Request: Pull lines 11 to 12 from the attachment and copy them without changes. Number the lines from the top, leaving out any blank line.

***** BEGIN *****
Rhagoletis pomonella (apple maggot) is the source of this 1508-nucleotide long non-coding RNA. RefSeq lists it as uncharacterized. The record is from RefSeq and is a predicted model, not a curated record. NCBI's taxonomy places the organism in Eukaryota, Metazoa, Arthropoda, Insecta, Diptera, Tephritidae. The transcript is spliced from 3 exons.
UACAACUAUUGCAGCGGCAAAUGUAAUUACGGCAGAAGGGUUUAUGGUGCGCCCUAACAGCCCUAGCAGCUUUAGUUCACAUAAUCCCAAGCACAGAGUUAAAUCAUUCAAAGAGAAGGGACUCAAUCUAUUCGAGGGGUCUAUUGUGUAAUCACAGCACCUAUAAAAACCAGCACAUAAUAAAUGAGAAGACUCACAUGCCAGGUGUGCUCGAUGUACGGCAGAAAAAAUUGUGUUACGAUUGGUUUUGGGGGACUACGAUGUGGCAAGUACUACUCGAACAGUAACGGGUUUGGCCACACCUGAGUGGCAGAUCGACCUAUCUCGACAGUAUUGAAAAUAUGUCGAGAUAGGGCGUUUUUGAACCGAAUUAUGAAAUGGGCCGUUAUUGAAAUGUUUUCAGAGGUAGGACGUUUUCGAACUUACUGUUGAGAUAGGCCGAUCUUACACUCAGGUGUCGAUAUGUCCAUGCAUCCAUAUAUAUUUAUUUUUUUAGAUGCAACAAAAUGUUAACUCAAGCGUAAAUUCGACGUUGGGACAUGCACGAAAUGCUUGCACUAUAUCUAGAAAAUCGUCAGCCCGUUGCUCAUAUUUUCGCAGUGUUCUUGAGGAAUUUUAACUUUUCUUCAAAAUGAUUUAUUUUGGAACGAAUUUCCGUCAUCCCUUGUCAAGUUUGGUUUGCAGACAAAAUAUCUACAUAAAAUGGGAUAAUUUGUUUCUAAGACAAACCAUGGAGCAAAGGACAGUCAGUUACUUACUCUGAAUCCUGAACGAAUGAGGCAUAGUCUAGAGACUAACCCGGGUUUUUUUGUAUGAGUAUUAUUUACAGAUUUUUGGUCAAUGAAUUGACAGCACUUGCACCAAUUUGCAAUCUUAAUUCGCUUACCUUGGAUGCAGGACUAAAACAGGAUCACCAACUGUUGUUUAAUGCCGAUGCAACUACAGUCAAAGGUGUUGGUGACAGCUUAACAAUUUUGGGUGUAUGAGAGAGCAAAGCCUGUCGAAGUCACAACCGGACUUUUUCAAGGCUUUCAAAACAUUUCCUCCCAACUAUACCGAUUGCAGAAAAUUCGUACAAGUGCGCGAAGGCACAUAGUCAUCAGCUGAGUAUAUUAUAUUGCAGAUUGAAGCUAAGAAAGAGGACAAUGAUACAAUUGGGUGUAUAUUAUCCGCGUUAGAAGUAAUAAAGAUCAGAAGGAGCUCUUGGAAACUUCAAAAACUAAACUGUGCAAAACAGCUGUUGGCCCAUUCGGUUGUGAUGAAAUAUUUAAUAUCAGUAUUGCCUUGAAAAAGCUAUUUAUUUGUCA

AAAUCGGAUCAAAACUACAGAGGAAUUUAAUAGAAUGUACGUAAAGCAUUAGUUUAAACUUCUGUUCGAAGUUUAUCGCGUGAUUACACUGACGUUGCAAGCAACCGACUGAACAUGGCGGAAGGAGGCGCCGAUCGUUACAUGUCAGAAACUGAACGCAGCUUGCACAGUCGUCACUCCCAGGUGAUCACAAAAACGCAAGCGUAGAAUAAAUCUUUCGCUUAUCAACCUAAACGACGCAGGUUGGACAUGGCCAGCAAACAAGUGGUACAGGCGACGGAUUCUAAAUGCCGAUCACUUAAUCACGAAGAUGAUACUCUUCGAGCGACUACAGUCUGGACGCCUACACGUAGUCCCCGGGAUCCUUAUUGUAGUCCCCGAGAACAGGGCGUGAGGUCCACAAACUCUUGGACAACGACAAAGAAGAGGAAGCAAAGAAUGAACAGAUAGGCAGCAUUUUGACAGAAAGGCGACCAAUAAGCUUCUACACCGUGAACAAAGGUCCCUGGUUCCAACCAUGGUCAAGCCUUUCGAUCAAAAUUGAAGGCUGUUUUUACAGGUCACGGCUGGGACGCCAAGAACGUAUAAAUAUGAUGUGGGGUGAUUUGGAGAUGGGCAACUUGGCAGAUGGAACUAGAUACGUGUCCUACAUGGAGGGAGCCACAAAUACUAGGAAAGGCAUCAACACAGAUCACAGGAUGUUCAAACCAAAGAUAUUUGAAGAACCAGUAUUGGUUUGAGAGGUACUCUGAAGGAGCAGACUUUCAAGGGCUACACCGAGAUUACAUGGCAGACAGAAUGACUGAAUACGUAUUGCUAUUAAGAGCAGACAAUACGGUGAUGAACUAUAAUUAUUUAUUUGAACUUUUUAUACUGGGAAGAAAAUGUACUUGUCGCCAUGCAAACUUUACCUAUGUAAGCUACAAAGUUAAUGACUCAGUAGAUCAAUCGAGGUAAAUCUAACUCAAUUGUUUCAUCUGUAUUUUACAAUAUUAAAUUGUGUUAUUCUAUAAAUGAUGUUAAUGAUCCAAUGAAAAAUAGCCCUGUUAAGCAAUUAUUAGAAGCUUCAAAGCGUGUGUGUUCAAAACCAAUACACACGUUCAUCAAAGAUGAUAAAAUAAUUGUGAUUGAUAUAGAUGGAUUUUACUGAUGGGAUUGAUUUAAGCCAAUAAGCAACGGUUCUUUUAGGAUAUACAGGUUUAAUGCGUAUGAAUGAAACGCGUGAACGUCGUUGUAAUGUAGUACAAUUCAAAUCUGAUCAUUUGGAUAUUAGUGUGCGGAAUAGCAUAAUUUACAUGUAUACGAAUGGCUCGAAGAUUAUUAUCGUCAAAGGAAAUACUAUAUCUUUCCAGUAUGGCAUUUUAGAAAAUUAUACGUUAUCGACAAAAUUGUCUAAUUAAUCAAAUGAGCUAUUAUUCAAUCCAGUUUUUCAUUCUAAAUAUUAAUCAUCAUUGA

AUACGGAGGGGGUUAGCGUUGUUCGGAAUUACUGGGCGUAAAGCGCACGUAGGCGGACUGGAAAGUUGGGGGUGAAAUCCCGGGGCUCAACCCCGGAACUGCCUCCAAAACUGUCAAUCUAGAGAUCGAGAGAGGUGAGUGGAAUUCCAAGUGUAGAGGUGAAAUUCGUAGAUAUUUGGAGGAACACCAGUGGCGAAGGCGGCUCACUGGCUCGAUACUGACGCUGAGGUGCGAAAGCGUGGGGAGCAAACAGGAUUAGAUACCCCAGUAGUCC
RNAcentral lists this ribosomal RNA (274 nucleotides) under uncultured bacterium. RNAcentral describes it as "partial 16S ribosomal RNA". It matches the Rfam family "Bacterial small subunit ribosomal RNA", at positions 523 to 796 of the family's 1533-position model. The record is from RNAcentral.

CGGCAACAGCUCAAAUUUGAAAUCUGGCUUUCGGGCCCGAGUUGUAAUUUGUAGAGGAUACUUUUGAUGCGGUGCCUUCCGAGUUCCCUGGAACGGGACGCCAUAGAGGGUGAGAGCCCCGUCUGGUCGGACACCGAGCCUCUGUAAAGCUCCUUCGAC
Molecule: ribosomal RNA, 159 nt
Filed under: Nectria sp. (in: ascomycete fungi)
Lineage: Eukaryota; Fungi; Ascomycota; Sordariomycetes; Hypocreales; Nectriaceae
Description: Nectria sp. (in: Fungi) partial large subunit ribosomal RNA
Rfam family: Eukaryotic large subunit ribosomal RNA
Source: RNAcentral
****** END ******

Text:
Rfam family: Eukaryotic large subunit ribosomal RNA
Source: RNAcentral